Stop me if you’ve heard this before: Artificial intelligence (AI) will eliminate jobs, encode biases against ethnicities and genders, and automate war machines. And it might just lead to a third world war.

Those and other dire AI predictions resurface continuously in reports and speeches by analysts, celebrities, and prominent researchers alike — admittedly not without reason. If developed recklessly, without transparency and safeguards, AI stands to amplify humanity’s traits. But that’s the doomsday scenario. In the right hands, AI promises to advance scientific frontiers beyond what was previously possible.

In fact, it already is.

A report this week by The Verge examines TAE Technologies, a 20-year-old AI startup collaborating with Google to develop tools that’ll unlock the key to affordable, efficient fusion energy production. It’s not as radical as it sounds: In 2018, a panel of advisers to the U.S. Department of Energy included AI and machine learning in a list of technologies they believe could “dramatically increase the rate of progress towards a fusion power plant.”

Unrelated — but equally promising — recent work in the field of neuroscience involved a machine learning algorithm trained to decode signals from the human auditory cortex. A study published in Scientific Reports described a system that, with the aid of a vocoder (a synthesizer that produces sounds from an analysis of speech input), translated brain signals from epilepsy patients into intelligible speech. It comes just months after Canadian researchers detailed AI that digitally recreates faces test subjects have seen using electroencephalography (EEG) data.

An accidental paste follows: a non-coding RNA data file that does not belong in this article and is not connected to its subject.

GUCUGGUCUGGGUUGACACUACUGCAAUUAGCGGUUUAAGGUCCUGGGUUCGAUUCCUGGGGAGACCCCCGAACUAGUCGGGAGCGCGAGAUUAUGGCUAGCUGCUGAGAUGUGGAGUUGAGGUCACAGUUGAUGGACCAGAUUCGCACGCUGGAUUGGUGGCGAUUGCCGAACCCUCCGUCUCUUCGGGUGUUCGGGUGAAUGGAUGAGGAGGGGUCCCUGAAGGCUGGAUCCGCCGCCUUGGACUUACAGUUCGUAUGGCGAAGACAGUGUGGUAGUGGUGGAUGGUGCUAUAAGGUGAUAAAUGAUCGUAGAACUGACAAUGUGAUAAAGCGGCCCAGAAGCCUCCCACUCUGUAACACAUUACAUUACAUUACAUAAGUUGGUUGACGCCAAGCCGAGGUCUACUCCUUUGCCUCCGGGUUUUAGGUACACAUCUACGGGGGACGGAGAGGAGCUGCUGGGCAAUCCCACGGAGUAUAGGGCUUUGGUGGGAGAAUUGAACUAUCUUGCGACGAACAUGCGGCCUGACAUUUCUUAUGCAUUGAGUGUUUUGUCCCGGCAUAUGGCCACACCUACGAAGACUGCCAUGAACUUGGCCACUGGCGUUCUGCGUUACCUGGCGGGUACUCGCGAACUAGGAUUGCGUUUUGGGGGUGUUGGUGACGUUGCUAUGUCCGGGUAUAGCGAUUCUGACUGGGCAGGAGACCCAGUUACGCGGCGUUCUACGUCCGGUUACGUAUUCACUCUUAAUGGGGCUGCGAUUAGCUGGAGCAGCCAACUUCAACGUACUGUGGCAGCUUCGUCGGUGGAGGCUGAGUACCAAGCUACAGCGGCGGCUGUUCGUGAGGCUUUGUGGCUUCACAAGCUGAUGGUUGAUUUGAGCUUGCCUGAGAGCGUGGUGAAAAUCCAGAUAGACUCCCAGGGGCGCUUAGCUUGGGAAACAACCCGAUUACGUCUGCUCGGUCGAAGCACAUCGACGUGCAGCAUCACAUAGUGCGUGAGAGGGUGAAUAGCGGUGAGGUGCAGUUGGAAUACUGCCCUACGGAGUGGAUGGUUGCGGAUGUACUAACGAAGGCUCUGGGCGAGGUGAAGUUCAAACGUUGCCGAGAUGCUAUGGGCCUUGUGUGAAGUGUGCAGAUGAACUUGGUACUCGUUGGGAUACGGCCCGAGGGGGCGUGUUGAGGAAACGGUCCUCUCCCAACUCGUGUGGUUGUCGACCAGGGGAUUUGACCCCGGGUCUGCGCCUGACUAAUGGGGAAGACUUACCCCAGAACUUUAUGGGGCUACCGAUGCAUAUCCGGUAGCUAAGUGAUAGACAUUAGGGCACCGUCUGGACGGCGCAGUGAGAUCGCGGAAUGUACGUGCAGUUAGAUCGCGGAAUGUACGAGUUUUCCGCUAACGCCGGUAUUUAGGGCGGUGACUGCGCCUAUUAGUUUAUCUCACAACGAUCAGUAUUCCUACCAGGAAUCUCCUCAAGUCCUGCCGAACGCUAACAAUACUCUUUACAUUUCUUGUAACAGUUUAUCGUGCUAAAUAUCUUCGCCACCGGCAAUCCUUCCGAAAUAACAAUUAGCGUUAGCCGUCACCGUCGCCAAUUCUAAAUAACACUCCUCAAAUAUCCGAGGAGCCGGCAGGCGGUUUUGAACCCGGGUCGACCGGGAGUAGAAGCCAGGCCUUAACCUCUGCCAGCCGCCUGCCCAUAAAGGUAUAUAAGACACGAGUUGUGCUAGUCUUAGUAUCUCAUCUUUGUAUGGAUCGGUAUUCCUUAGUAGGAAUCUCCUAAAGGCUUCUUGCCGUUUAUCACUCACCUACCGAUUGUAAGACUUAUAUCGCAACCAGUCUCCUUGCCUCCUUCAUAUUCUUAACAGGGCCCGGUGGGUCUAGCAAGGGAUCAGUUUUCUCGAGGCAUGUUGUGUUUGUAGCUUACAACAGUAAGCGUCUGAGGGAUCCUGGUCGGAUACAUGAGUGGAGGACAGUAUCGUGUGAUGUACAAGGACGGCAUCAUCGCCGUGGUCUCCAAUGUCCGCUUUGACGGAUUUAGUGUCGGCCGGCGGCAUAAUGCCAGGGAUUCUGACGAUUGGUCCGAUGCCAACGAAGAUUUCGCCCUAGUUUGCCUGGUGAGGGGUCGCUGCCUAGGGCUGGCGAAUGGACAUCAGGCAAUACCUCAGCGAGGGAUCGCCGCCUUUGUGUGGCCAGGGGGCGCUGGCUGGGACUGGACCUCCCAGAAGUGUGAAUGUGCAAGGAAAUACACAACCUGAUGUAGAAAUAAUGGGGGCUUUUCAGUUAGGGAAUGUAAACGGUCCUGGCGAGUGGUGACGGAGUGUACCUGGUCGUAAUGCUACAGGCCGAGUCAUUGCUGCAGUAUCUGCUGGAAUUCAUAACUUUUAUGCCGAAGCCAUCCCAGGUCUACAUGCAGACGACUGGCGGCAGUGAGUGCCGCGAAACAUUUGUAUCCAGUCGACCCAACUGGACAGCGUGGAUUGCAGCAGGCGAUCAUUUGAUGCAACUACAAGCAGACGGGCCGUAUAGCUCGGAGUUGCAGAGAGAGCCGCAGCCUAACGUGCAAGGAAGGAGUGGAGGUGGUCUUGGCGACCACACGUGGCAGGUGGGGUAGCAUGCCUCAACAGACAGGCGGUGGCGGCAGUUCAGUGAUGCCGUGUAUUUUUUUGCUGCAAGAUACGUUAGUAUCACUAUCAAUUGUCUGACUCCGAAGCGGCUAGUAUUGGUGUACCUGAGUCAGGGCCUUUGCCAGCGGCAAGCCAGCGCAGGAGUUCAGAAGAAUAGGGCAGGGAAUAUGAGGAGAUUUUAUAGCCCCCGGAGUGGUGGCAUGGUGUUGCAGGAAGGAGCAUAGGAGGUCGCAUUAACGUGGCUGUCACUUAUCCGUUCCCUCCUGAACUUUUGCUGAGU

Earlier this month, a team at the National University of Singapore tapped AI to derive neurological insights of a different kind: the cellular characteristics of various regions in the brain. Fed with data collected from functional magnetic resonance imaging scanners, which measure brain activity by detecting changes associated with blood flow, their model was able to estimate parameters that enabled neuroscientists to infer properties without having to rely on physical probes.

Yet another exciting development this week — this one robotic in nature — came from Columbia Engineering, where scientists created an AI system deployed on an articulated mechanical arm that, without foreknowledge of itself or its surroundings, produced a self-simulation it used to adapt to different situations and undertake unfamiliar tasks. Incredibly, the self-model was accurate to within four centimeters of the real-world arm, and directed the robot to grasp objects with 100 percent success.

“Philosophers, psychologists, and cognitive scientists have been pondering the nature self-awareness for millennia, but have made relatively little progress,” Hod Lipson, professor of mechanical engineering at Columbia University and director of Columbia Engineering’s Creative Machines lab, where the study was performed, said in a statement. “We still cloak our lack of understanding with subjective terms like ‘canvas of reality,’ but robots now force us to translate these vague notions into concrete algorithms and mechanisms.”

Algorithms and mechanisms, indeed. With any luck, it’s AI systems like these that will help realize realize the benefits analysts at the McKinsey Global Institute predict: a 1.2 percent increase in gross domestic product growth (GDP) for the next 10 years, and an additional 20 to 25 percent in net economic benefits — $13 trillion globally — in the next year alone. Here’s hoping.

For AI coverage, send news tips to Khari Johnson and Kyle Wiggers — and be sure to bookmark our AI Channel.